On 6th February 2015 former paediatrician Michael Salmon was convicted of two rapes and nine offences of indecent assault. On 12th February, he was sentenced
The offences were committed against young girls at Stoke Mandeville Hospital in Buckinghamshire. There was no suggestion that Salmon acted with Jimmy Saville, who it is now known abused many children at the same hospital.
Salmon was acquitted of one rape and one indecent assault, as well as one offence of carrying out an illegal abortion.
The convictions relate to six victims, but police said more women had contacted them with allegations against Salmon since the start of the trial.
The offences were committed between 1973 and 1988 by the former doctor, now aged 79. The former doctor, now aged 80, committed the offences between 1973 and 1988. He had been struck off the medical register in 1991 for admitting three counts of indecent assault against young female patients.
He sexually assaulted victims by conducting unnecessary internal vaginal examinations and others by unnecessarily touching their breasts under the guise of appropriate medical examinations. The judge found that Salmon chose the more vulnerable of his child patients to abuse.
One victim, aged 16, was raped by Salmon on two separate occasions. One incident of rape involved Salmon taking a girl to his home (having told the girl he would take her to the hospital to assist with a termination). Salmon raped her, saying “one favour deserves another”, later dropping her off at a bus stop to make her way home. Two weeks later he contacted her, telling her that you had discovered that she had in fact been pregnant with twins and that she was still pregnant with one child. He manipulated her (suggesting she had had a back street abortion and therefor had no choice but to come to him again, in order to avoid her parents and the police finding out). He then raped her for a second time. Upon driving her home, Salmon told her that no one would believe her.
Miranda Moore QC, prosecuting, said he believed he was “bomb-proof” because no one would believe a child over him.
Salmon claimed the allegations were “sexual fantasies” made up by “gold diggers” and unreliable teenagers.
In a press statement, Adrian Foster, Chief Crown Prosecutor for CPS Thames and Chiltern said:
“Michael Salmon has been convicted today of offences which are particularly shocking due to the abuse of his position as a doctor taking advantage of the female patients in his care. His crimes were extremely traumatic for his victims who should have expected his support rather than this gross betrayal of their trust.
“Michael Salmon used his status to molest these vulnerable young girls and women who felt unable to complain as he was a doctor, and many of whom only bravely came forward after seeing other cases in the media. I hope they now feel that justice has been done.”
Salmon was sentenced to 18 years’ imprisonment. The sentencing remarks are available here (thanks to CrimeLine).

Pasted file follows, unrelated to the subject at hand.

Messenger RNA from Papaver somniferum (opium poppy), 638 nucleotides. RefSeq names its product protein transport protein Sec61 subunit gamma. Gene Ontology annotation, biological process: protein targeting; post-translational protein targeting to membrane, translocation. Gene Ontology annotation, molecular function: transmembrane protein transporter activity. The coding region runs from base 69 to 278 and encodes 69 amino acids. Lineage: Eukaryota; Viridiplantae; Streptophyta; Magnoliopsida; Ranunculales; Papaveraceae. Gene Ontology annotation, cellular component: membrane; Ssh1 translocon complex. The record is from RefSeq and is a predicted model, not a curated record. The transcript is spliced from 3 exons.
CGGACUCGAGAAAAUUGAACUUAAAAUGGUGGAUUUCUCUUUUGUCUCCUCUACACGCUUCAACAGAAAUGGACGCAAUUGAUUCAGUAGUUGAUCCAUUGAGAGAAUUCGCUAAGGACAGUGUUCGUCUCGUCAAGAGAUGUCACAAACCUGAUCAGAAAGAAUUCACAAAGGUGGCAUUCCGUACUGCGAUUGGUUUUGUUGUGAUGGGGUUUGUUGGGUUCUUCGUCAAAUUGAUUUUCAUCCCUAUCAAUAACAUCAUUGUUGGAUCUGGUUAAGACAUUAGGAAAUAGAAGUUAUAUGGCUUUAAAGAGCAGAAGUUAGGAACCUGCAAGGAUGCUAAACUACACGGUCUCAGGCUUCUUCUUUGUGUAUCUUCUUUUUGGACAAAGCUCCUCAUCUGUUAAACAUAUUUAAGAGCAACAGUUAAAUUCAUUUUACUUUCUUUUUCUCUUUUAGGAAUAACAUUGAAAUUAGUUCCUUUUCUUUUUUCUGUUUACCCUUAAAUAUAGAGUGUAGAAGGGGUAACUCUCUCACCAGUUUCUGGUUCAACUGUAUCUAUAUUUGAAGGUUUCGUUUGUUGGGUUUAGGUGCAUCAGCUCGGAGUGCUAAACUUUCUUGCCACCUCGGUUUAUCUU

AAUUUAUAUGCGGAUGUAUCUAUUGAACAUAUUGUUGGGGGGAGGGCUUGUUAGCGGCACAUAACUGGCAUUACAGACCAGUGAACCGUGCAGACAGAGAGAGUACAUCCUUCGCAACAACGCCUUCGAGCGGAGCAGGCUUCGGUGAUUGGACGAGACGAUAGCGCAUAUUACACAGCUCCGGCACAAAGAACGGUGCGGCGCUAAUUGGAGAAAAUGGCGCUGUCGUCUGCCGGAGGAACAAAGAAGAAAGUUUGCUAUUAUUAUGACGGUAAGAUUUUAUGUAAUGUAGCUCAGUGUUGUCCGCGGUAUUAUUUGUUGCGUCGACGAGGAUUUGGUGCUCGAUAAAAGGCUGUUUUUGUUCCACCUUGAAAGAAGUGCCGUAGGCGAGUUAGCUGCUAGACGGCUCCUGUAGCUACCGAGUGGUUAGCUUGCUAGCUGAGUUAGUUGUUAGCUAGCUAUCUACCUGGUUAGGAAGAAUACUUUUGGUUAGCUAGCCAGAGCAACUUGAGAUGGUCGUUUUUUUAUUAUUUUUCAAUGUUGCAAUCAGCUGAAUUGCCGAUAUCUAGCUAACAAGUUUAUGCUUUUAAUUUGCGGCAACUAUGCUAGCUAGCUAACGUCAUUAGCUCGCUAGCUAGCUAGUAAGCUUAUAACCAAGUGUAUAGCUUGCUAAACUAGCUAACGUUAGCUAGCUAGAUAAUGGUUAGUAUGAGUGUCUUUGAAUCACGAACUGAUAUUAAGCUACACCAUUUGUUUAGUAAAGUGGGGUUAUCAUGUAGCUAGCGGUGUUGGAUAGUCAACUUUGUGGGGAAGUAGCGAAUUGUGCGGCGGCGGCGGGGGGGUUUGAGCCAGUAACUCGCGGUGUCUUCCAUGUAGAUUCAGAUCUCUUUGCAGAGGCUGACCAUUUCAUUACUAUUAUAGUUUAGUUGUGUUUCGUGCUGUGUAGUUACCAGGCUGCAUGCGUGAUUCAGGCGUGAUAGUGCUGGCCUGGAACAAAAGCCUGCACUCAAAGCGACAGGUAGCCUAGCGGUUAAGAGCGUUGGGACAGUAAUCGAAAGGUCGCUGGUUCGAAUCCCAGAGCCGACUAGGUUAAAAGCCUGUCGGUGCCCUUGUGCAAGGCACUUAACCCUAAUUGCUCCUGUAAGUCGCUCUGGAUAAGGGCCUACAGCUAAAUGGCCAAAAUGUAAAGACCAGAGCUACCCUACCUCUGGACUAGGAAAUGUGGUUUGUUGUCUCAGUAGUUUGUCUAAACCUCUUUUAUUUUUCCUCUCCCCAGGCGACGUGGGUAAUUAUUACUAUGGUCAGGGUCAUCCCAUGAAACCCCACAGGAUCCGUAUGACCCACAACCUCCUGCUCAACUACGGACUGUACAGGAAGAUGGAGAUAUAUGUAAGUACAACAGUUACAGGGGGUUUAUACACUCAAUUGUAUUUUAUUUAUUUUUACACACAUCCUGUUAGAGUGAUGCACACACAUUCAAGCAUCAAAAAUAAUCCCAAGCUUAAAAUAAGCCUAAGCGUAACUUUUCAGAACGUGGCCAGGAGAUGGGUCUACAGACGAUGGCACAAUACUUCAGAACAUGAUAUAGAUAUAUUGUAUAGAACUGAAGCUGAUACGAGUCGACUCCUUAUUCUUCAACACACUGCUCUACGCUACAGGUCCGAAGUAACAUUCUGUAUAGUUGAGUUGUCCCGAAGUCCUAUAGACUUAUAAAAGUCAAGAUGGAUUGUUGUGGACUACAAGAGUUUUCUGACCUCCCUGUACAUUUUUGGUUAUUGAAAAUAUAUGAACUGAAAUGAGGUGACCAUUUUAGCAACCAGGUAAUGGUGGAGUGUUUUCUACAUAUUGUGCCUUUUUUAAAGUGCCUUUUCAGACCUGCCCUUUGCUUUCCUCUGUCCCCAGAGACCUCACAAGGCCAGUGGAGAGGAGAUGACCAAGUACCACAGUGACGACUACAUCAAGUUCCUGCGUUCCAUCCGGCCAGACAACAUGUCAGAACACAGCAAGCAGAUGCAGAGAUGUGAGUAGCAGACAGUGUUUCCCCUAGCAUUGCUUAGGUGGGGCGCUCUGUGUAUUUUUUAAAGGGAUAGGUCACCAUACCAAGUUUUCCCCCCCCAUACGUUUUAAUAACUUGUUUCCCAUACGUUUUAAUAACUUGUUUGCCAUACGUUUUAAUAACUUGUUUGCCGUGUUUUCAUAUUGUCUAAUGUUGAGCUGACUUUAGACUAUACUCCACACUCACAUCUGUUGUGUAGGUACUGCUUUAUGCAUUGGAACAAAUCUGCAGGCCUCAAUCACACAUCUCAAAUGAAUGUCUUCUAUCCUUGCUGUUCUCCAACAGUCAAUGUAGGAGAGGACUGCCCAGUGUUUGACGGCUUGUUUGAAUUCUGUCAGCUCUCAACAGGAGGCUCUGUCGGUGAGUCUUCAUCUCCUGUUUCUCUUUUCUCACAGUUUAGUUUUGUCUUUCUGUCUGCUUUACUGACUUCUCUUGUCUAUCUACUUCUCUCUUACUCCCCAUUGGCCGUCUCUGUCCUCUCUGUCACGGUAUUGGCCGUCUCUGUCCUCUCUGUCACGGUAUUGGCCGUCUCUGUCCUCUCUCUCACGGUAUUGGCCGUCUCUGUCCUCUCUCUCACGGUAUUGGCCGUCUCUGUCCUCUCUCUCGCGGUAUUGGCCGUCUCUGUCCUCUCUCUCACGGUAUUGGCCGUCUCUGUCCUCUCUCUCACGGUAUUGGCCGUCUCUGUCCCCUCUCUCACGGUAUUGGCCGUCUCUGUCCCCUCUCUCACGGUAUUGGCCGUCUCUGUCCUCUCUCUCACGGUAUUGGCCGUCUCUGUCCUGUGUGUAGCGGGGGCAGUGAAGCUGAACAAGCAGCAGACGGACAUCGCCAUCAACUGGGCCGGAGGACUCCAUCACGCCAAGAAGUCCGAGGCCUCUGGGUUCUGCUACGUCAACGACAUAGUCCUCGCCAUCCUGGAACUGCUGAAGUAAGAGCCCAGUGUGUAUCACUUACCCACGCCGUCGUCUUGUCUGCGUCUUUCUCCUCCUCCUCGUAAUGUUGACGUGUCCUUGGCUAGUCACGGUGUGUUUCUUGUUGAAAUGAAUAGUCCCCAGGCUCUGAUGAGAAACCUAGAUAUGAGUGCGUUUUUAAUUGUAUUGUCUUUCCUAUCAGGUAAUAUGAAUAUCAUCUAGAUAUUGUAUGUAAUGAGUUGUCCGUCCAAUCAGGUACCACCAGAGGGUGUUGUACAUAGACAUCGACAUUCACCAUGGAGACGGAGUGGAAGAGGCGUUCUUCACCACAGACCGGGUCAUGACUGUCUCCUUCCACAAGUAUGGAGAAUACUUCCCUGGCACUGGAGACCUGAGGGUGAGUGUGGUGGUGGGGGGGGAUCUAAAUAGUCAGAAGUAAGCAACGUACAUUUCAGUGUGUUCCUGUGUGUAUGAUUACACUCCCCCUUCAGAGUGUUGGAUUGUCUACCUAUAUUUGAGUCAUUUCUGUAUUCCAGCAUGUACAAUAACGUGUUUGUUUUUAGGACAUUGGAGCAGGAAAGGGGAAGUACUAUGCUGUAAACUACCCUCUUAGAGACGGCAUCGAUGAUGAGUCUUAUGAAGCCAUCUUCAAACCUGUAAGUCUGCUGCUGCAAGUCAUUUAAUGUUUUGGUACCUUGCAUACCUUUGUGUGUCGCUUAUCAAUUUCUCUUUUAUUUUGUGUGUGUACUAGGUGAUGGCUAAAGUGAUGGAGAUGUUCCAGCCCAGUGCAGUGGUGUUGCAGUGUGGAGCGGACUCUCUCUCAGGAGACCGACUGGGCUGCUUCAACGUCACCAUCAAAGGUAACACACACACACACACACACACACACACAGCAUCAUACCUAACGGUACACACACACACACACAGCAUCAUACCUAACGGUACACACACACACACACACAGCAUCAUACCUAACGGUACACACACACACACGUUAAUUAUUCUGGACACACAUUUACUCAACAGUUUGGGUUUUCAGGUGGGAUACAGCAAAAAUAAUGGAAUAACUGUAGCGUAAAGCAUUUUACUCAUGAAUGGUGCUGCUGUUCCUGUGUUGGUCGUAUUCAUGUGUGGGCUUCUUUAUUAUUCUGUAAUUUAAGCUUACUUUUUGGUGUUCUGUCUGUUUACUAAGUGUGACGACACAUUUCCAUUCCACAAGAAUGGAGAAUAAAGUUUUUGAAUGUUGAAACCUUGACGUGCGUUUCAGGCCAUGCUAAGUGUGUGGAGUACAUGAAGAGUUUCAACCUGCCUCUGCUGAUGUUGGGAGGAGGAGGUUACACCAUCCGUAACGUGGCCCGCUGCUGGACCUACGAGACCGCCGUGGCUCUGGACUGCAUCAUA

The judge accepted that Salmon was no longer a risk to children but noted the many aggravating features, including selecting the more vulnerable of his child patients to abuse, persuading the parents of the victims to allow them to enter the examination room alone, the period over which the offences were committed and the effect they had on the victims.
The judge said Salmon committed the offences with “conceited arrogance” for his own “sexual gratification”. It was also noted that the offending came to an end only upon Salmon’s arrest and then suspension from practice for sexual offending against patients in 1987.
The rape at Salmon’s home was, in the judge’s view, planned from the moment he met the girl. This constituted a significant aggravating factor.
The judge imposed a sentence of 18 years, placing the rapes into category 1A, structured in the following way:
a. Count 10 (rape) – 18 years’ imprisonment.
b. Count 8 (rape) – 14 years’ imprisonment.
c. All other counts (indecent assault) – 2 years’ imprisonment.
Whilst there may be an argument to say that the rape wasn’t a category 1A offence (on the basis that the category 2 factors present (vulnerability of the victims and severe psychological harm) were extreme in nature (see the Rape guideline for details), it is unlikely that the Court of Appeal would consider this sentence manifestly excessive.
We might have expected the sentence to be structured in a different way, marking the seriousness of each offence with a consecutive sentence, resulting in a reduction on the rape offences (for totality). However, the Court of Appeal would be concerned with the overall total and 18 years does not seem over the top for this very serious offending.
Taking a little over the starting point for a category 2A offence (below that selected by the judge), we might have expected 13 or 14 years for the rapes. Add to that figure sentences of 12 months for the other five indecent assaults (some of which were specimen counts) and one can see we are easily that 18 years does not seem manifestly excessive.